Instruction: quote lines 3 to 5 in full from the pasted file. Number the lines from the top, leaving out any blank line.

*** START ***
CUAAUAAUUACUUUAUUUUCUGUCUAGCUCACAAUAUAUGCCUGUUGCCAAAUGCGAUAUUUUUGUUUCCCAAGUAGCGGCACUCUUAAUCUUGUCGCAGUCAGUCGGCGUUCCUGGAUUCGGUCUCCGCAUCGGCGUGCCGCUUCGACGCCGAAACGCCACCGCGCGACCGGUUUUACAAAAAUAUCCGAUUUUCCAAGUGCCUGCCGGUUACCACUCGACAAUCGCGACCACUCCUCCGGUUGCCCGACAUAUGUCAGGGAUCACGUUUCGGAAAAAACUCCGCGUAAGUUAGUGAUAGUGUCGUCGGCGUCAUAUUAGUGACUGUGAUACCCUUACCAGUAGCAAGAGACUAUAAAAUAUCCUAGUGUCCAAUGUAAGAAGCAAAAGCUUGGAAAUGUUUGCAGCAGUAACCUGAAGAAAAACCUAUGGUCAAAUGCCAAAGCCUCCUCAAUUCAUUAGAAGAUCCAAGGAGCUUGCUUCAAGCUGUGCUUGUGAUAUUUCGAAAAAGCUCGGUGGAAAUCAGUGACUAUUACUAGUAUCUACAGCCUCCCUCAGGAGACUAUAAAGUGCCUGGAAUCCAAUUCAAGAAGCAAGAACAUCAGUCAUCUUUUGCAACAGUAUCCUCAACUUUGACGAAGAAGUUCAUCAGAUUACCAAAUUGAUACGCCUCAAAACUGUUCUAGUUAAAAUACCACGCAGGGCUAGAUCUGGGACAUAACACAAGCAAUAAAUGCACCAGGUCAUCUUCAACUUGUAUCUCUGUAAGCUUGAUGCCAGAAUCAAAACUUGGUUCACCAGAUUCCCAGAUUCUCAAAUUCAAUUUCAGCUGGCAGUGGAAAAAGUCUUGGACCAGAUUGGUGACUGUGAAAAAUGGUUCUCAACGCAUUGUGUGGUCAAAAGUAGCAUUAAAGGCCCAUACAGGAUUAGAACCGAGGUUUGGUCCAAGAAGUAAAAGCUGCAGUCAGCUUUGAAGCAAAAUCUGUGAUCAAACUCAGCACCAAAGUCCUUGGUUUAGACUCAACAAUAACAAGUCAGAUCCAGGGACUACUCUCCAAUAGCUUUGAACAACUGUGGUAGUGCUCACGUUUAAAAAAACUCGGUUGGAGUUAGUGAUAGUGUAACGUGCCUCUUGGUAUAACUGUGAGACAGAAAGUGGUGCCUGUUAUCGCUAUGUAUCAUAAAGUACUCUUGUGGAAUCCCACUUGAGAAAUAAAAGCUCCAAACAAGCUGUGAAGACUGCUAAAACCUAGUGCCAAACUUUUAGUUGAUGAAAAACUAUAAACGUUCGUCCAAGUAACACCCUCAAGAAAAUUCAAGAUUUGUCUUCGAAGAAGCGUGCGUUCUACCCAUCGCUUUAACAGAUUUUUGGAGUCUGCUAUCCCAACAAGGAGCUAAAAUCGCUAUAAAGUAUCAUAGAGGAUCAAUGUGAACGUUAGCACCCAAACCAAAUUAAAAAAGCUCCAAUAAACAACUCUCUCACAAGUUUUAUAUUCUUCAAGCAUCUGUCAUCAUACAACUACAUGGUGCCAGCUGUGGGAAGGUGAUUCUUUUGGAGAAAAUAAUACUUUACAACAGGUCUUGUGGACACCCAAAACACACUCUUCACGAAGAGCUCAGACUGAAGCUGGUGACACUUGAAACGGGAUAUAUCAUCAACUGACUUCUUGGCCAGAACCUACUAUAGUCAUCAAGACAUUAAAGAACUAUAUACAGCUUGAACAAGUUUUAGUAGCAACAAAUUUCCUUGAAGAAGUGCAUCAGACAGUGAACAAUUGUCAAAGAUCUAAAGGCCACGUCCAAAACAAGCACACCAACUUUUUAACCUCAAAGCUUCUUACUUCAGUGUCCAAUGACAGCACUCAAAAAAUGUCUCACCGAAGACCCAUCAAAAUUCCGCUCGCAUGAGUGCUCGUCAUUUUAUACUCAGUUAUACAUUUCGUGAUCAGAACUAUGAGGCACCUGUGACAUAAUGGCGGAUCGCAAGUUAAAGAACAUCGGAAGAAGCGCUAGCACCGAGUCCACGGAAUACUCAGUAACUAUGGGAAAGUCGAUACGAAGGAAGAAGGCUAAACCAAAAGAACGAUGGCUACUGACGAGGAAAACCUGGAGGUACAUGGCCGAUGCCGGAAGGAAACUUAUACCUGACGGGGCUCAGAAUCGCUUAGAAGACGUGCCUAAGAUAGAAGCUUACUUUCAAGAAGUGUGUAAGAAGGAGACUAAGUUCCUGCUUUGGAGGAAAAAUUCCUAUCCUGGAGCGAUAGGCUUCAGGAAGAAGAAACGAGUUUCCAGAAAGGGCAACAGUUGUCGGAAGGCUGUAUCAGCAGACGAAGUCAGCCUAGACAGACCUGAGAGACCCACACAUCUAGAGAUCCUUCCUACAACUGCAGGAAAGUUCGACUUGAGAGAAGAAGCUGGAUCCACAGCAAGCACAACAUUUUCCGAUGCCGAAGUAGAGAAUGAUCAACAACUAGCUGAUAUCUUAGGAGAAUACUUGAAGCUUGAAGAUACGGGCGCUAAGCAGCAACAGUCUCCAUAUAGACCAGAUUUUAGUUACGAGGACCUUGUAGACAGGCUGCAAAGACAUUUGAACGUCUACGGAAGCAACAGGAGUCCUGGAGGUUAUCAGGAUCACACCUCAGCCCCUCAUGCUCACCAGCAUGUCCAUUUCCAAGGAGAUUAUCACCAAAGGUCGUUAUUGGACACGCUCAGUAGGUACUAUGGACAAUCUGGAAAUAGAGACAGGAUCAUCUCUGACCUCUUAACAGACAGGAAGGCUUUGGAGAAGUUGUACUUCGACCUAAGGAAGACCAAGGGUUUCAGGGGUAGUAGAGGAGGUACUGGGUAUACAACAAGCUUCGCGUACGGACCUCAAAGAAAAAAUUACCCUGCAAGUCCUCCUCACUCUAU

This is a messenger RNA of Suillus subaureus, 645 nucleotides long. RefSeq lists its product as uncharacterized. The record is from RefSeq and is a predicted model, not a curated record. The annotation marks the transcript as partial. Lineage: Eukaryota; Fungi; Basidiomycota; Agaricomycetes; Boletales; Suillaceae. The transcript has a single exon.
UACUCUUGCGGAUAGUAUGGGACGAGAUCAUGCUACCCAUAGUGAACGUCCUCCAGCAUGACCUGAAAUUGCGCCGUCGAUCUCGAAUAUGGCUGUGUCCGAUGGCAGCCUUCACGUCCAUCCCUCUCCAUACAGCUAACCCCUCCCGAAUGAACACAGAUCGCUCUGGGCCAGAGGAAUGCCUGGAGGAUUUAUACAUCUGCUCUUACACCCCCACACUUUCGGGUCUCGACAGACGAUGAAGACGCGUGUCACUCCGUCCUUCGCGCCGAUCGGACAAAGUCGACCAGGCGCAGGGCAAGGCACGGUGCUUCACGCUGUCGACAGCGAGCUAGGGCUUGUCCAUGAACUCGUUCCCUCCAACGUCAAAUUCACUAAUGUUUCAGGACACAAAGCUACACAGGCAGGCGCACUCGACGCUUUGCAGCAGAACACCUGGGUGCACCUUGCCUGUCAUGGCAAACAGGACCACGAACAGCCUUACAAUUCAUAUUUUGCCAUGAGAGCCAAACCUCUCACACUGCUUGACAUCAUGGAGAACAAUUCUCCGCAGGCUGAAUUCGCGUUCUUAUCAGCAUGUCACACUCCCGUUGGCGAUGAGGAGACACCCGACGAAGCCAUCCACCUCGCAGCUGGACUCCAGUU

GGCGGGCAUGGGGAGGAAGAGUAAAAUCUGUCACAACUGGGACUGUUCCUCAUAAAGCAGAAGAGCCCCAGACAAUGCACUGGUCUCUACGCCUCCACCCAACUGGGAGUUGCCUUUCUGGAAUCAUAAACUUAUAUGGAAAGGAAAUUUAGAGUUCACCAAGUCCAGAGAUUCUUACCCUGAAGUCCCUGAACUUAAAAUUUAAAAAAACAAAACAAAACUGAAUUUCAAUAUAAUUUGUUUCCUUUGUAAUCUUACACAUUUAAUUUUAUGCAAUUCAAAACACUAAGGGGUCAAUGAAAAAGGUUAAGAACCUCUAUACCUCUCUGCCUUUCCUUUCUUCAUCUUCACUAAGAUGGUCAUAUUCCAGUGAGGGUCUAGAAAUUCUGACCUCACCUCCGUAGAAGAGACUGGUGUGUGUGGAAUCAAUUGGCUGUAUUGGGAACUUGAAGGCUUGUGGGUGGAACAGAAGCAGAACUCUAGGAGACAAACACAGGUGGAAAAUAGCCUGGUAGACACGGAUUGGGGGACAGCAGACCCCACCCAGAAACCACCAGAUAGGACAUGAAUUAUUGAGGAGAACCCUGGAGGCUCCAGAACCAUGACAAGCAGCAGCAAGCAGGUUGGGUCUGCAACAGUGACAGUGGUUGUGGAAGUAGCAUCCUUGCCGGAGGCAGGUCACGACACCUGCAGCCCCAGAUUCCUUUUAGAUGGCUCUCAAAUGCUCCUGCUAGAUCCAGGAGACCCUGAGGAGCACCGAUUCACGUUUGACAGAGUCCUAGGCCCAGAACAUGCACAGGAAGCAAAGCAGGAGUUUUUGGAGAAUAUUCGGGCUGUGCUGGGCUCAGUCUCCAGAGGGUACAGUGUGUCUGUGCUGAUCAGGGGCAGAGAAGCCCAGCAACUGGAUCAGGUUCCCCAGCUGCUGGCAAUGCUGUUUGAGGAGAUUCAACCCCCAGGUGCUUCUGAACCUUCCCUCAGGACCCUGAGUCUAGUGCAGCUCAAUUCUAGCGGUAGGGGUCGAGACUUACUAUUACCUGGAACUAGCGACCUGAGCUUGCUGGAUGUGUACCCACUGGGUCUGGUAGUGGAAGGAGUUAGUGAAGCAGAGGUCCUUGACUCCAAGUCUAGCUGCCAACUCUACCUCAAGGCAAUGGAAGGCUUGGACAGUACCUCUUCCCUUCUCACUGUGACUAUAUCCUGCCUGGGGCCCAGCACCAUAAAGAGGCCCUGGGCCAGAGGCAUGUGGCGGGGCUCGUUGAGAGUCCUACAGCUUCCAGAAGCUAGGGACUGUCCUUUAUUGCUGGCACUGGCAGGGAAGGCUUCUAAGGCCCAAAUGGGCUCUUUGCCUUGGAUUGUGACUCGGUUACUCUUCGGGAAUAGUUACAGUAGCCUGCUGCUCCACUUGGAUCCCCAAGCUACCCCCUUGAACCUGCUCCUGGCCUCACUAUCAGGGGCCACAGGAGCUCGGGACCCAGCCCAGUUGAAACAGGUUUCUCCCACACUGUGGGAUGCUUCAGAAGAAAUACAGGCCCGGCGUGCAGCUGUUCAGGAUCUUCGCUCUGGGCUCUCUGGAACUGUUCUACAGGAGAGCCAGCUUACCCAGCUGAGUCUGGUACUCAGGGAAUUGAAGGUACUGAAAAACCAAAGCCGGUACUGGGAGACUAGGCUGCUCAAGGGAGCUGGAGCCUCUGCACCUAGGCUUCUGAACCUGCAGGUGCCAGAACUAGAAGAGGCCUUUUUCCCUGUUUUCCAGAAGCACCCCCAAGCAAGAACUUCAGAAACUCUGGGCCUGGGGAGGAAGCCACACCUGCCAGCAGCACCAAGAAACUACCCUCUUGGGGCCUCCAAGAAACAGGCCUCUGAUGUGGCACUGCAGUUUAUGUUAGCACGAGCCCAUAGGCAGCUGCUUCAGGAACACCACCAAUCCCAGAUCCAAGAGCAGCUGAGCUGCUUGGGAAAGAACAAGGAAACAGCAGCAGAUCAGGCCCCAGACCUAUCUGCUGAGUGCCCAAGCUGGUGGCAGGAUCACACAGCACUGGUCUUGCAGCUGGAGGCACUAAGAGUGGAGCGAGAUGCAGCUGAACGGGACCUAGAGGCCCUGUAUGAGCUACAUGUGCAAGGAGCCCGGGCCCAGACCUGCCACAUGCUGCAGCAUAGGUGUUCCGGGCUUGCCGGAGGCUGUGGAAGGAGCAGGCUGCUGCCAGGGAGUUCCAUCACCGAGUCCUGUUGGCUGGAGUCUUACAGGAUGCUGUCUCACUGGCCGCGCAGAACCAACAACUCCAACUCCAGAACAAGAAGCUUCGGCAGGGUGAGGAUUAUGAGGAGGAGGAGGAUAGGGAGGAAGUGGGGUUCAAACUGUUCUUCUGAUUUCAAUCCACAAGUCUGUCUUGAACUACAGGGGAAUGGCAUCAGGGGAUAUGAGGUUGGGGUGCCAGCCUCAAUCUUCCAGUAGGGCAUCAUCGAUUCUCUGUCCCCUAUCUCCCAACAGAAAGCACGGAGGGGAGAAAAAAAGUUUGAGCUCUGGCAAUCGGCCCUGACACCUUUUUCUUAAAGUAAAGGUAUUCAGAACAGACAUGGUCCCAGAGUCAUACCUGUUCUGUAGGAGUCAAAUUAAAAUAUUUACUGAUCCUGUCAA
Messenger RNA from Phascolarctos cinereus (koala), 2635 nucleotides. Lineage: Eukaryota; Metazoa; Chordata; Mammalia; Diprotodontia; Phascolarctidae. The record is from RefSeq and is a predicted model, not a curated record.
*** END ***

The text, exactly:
UACUCUUGCGGAUAGUAUGGGACGAGAUCAUGCUACCCAUAGUGAACGUCCUCCAGCAUGACCUGAAAUUGCGCCGUCGAUCUCGAAUAUGGCUGUGUCCGAUGGCAGCCUUCACGUCCAUCCCUCUCCAUACAGCUAACCCCUCCCGAAUGAACACAGAUCGCUCUGGGCCAGAGGAAUGCCUGGAGGAUUUAUACAUCUGCUCUUACACCCCCACACUUUCGGGUCUCGACAGACGAUGAAGACGCGUGUCACUCCGUCCUUCGCGCCGAUCGGACAAAGUCGACCAGGCGCAGGGCAAGGCACGGUGCUUCACGCUGUCGACAGCGAGCUAGGGCUUGUCCAUGAACUCGUUCCCUCCAACGUCAAAUUCACUAAUGUUUCAGGACACAAAGCUACACAGGCAGGCGCACUCGACGCUUUGCAGCAGAACACCUGGGUGCACCUUGCCUGUCAUGGCAAACAGGACCACGAACAGCCUUACAAUUCAUAUUUUGCCAUGAGAGCCAAACCUCUCACACUGCUUGACAUCAUGGAGAACAAUUCUCCGCAGGCUGAAUUCGCGUUCUUAUCAGCAUGUCACACUCCCGUUGGCGAUGAGGAGACACCCGACGAAGCCAUCCACCUCGCAGCUGGACUCCAGUU

GGCGGGCAUGGGGAGGAAGAGUAAAAUCUGUCACAACUGGGACUGUUCCUCAUAAAGCAGAAGAGCCCCAGACAAUGCACUGGUCUCUACGCCUCCACCCAACUGGGAGUUGCCUUUCUGGAAUCAUAAACUUAUAUGGAAAGGAAAUUUAGAGUUCACCAAGUCCAGAGAUUCUUACCCUGAAGUCCCUGAACUUAAAAUUUAAAAAAACAAAACAAAACUGAAUUUCAAUAUAAUUUGUUUCCUUUGUAAUCUUACACAUUUAAUUUUAUGCAAUUCAAAACACUAAGGGGUCAAUGAAAAAGGUUAAGAACCUCUAUACCUCUCUGCCUUUCCUUUCUUCAUCUUCACUAAGAUGGUCAUAUUCCAGUGAGGGUCUAGAAAUUCUGACCUCACCUCCGUAGAAGAGACUGGUGUGUGUGGAAUCAAUUGGCUGUAUUGGGAACUUGAAGGCUUGUGGGUGGAACAGAAGCAGAACUCUAGGAGACAAACACAGGUGGAAAAUAGCCUGGUAGACACGGAUUGGGGGACAGCAGACCCCACCCAGAAACCACCAGAUAGGACAUGAAUUAUUGAGGAGAACCCUGGAGGCUCCAGAACCAUGACAAGCAGCAGCAAGCAGGUUGGGUCUGCAACAGUGACAGUGGUUGUGGAAGUAGCAUCCUUGCCGGAGGCAGGUCACGACACCUGCAGCCCCAGAUUCCUUUUAGAUGGCUCUCAAAUGCUCCUGCUAGAUCCAGGAGACCCUGAGGAGCACCGAUUCACGUUUGACAGAGUCCUAGGCCCAGAACAUGCACAGGAAGCAAAGCAGGAGUUUUUGGAGAAUAUUCGGGCUGUGCUGGGCUCAGUCUCCAGAGGGUACAGUGUGUCUGUGCUGAUCAGGGGCAGAGAAGCCCAGCAACUGGAUCAGGUUCCCCAGCUGCUGGCAAUGCUGUUUGAGGAGAUUCAACCCCCAGGUGCUUCUGAACCUUCCCUCAGGACCCUGAGUCUAGUGCAGCUCAAUUCUAGCGGUAGGGGUCGAGACUUACUAUUACCUGGAACUAGCGACCUGAGCUUGCUGGAUGUGUACCCACUGGGUCUGGUAGUGGAAGGAGUUAGUGAAGCAGAGGUCCUUGACUCCAAGUCUAGCUGCCAACUCUACCUCAAGGCAAUGGAAGGCUUGGACAGUACCUCUUCCCUUCUCACUGUGACUAUAUCCUGCCUGGGGCCCAGCACCAUAAAGAGGCCCUGGGCCAGAGGCAUGUGGCGGGGCUCGUUGAGAGUCCUACAGCUUCCAGAAGCUAGGGACUGUCCUUUAUUGCUGGCACUGGCAGGGAAGGCUUCUAAGGCCCAAAUGGGCUCUUUGCCUUGGAUUGUGACUCGGUUACUCUUCGGGAAUAGUUACAGUAGCCUGCUGCUCCACUUGGAUCCCCAAGCUACCCCCUUGAACCUGCUCCUGGCCUCACUAUCAGGGGCCACAGGAGCUCGGGACCCAGCCCAGUUGAAACAGGUUUCUCCCACACUGUGGGAUGCUUCAGAAGAAAUACAGGCCCGGCGUGCAGCUGUUCAGGAUCUUCGCUCUGGGCUCUCUGGAACUGUUCUACAGGAGAGCCAGCUUACCCAGCUGAGUCUGGUACUCAGGGAAUUGAAGGUACUGAAAAACCAAAGCCGGUACUGGGAGACUAGGCUGCUCAAGGGAGCUGGAGCCUCUGCACCUAGGCUUCUGAACCUGCAGGUGCCAGAACUAGAAGAGGCCUUUUUCCCUGUUUUCCAGAAGCACCCCCAAGCAAGAACUUCAGAAACUCUGGGCCUGGGGAGGAAGCCACACCUGCCAGCAGCACCAAGAAACUACCCUCUUGGGGCCUCCAAGAAACAGGCCUCUGAUGUGGCACUGCAGUUUAUGUUAGCACGAGCCCAUAGGCAGCUGCUUCAGGAACACCACCAAUCCCAGAUCCAAGAGCAGCUGAGCUGCUUGGGAAAGAACAAGGAAACAGCAGCAGAUCAGGCCCCAGACCUAUCUGCUGAGUGCCCAAGCUGGUGGCAGGAUCACACAGCACUGGUCUUGCAGCUGGAGGCACUAAGAGUGGAGCGAGAUGCAGCUGAACGGGACCUAGAGGCCCUGUAUGAGCUACAUGUGCAAGGAGCCCGGGCCCAGACCUGCCACAUGCUGCAGCAUAGGUGUUCCGGGCUUGCCGGAGGCUGUGGAAGGAGCAGGCUGCUGCCAGGGAGUUCCAUCACCGAGUCCUGUUGGCUGGAGUCUUACAGGAUGCUGUCUCACUGGCCGCGCAGAACCAACAACUCCAACUCCAGAACAAGAAGCUUCGGCAGGGUGAGGAUUAUGAGGAGGAGGAGGAUAGGGAGGAAGUGGGGUUCAAACUGUUCUUCUGAUUUCAAUCCACAAGUCUGUCUUGAACUACAGGGGAAUGGCAUCAGGGGAUAUGAGGUUGGGGUGCCAGCCUCAAUCUUCCAGUAGGGCAUCAUCGAUUCUCUGUCCCCUAUCUCCCAACAGAAAGCACGGAGGGGAGAAAAAAAGUUUGAGCUCUGGCAAUCGGCCCUGACACCUUUUUCUUAAAGUAAAGGUAUUCAGAACAGACAUGGUCCCAGAGUCAUACCUGUUCUGUAGGAGUCAAAUUAAAAUAUUUACUGAUCCUGUCAA
Messenger RNA from Phascolarctos cinereus (koala), 2635 nucleotides. Lineage: Eukaryota; Metazoa; Chordata; Mammalia; Diprotodontia; Phascolarctidae. The record is from RefSeq and is a predicted model, not a curated record.